Chapters Three – Five
Hazel’s negotiations to buy a car have an easygoing humour, and we see more of his stubbornness, but I still don’t feel that I’m getting to know him. As he struggles to drive the roads of the town and on into the country, it seems that the landscape is without any distinguishing features, and Hazel doesn’t really know what he wants to do, until he remembers Enoch.
What is all this about Enoch’s blood? We’re told he “had wise blood like his daddy”, his blood gives him knowledge that something is going to happen, and he uses the messages of his blood to direct him. Okay, let’s think about this as a symbol. Blood can symbolize life or life force; blood is essential to the functioning of the body; the blood of Jesus is redemptive. (Jesus and redemption figure importantly in Hazel Motes’ preaching and his conversations.) So how are we to take the “wise blood” of Enoch? And what does it mean that, at the end of Chapter Five, he hears his “secret blood” beating in the center of the city?
In considering the book so far, I have to conclude that the author has a purpose in presenting to the reader such unattractive characters, such grotesques. My reaction has been, “I don’t know anyone like this, nor do I want to. ” But perhaps O’Connor is saying, in effect, “Push past those feelings and look at these people, consider them as possibly another level, another side of yourself. What if? What if you acted like this, said these things? Are you really so different?”
Since this is such a small book, I think I’ll write about my reactions to it as I go. I’ve waited a while before getting started, because I didn’t want to have forgotten the book by the time our meeting rolled around.
CHAPTERS ONE – THREE
The first thing I notice is the author’s ability to describe using few words. I like the “few hogs nosing in the furrows look(ing) like large spotted stones” from the window of the racing train. I feel as though I have been put down into the landscape of a black-and-white 1940’s movie, but the place is utterly foreign to me and the people unlike anyone I have known. And, perhaps fatally for the story, the author has not yet drawn me in, has not made me want to know more about them or what will happen to them.
Our November meeting gave us a chance to talk about how glad we are to have come to know more about Blessed John Henry Newman from our current book, and how impressed we have been with his holiness. He gave up so much to convert from Anglicanism to Catholicism–family, friends, reputation, income, occupation, and personal comfort, but he did it with joy, relying completely on God. He is, or will be when officially declared, a modern saint, one for our own time.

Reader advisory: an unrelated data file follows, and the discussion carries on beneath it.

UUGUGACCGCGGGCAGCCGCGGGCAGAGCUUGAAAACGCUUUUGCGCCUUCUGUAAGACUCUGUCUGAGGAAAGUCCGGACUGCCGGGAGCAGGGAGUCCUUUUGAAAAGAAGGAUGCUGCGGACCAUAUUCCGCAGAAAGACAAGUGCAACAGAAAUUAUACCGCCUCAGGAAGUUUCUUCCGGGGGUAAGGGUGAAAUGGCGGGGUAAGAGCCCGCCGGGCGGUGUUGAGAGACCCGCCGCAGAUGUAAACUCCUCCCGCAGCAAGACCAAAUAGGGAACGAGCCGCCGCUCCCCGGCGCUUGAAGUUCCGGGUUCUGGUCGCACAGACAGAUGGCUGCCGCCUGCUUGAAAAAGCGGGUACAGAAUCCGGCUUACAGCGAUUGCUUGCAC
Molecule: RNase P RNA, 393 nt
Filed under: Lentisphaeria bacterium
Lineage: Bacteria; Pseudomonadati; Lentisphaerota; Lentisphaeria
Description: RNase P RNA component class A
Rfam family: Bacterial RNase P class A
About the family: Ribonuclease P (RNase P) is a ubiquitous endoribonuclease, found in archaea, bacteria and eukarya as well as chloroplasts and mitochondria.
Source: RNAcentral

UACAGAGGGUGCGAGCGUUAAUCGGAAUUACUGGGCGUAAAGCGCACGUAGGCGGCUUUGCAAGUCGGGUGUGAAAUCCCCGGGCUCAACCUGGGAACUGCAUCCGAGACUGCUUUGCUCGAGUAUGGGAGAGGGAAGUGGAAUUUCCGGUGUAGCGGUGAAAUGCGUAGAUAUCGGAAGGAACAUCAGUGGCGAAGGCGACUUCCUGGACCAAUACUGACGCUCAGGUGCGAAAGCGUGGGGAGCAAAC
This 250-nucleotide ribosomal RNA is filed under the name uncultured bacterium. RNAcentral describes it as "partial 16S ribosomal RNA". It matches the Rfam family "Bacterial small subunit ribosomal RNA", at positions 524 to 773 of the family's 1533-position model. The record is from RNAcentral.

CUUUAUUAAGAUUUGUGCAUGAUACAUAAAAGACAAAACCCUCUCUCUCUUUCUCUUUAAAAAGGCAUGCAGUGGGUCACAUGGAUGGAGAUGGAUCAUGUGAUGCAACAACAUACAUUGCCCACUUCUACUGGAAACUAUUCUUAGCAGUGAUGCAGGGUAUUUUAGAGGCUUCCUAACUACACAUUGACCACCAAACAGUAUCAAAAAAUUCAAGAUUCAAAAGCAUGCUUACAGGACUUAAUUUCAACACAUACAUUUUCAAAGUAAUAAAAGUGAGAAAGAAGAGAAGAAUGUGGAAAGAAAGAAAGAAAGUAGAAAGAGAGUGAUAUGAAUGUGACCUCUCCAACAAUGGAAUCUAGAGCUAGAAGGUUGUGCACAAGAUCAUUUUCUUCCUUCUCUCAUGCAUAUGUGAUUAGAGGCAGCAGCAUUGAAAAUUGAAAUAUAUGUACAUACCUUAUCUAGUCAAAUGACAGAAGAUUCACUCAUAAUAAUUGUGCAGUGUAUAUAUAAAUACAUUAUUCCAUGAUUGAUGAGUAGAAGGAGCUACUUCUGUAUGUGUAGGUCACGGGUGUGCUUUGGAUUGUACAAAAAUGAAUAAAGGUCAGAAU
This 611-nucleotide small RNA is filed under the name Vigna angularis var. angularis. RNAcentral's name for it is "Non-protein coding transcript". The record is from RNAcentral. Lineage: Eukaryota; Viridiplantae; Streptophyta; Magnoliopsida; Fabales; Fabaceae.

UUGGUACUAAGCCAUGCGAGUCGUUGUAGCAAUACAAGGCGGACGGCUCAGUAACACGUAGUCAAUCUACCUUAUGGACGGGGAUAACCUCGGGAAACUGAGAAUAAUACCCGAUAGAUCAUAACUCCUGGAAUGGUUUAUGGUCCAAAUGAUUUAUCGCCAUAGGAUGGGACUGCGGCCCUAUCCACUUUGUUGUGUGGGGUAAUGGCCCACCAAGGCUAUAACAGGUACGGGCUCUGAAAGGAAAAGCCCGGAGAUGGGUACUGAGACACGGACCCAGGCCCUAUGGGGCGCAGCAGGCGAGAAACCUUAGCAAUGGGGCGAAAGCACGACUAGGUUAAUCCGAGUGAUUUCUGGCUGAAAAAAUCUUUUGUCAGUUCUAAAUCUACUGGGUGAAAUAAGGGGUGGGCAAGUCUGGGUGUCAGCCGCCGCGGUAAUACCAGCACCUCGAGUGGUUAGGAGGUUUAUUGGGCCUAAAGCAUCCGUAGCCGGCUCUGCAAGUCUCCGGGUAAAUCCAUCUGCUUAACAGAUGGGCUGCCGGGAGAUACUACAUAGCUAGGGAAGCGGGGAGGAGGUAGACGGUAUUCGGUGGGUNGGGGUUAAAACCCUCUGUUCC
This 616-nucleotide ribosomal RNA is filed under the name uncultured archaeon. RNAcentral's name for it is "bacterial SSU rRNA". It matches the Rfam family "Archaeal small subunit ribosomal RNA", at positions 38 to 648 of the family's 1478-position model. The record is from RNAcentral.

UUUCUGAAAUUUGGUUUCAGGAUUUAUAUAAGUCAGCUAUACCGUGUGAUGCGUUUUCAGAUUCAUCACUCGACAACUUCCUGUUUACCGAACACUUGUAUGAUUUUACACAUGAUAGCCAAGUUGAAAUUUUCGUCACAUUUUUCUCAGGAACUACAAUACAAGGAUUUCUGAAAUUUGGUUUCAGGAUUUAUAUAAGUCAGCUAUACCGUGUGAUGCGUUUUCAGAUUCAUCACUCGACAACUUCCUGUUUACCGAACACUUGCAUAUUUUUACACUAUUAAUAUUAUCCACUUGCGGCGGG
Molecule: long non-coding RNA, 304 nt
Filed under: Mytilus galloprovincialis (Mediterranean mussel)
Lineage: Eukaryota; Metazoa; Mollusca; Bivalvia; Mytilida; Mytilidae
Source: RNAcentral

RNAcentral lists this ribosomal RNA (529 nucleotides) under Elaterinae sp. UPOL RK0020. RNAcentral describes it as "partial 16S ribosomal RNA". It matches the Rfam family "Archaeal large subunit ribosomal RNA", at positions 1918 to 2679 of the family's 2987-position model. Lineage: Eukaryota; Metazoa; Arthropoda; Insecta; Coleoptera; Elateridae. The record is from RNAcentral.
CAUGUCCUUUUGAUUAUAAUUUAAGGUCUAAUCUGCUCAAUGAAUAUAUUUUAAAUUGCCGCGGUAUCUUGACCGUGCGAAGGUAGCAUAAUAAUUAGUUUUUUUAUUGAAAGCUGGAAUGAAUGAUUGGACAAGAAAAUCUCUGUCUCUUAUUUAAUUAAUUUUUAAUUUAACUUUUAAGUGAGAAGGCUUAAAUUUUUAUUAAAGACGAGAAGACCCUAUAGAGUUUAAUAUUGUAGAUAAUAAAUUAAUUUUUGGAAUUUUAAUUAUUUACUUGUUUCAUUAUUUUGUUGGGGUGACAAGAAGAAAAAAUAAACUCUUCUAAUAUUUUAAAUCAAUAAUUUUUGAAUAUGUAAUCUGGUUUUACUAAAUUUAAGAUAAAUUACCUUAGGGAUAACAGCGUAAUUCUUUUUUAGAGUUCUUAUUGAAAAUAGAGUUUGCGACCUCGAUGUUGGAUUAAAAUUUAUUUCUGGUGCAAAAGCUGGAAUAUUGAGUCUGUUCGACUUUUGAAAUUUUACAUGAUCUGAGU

Moving from the subject to the book itself, one member declared that the author, Zeno, takes it very easy on members of the Catholic clergy who were distrustful of Newman and caused a great deal of trouble, particularly Cardinal Manning and Father Faber. In her opinion, Zeno tends to whitewash them, declaring that they acted in good faith and therefore were not at fault for the miseries, hardships, and misunderstandings they caused. She feels that a truer picture is given by Meriol Trevor in her classic two-volume biography of Newman. Another member, however, felt that the particular focus of Zeno’s book, Newman’s inner life, was exactly what he was looking for and gave him the insight into Newman’s character that he valued.
We adjourned for tea and the dessert brought by ‘bookgetaway’, which was a great hit, prompting seconds (and maybe some thirds), as well as a request for the recipe. Over our goodies we demonstrated to contributing members how to post to this blog, and discussed what book we would like to read for our January meeting. Our decision was Jesus of Nazareth by Pope Benedict XVI. We are eager to read the Pope’s insights into Scripture and into theological as well as historical studies of Jesus. Since the Pope has been working on a second volume to this work, it seems that this will be a good time for us to become familiar with this initial work.
We look forward to discussing Flannery O’Connor‘s Wise Blood on December 13, our next meeting.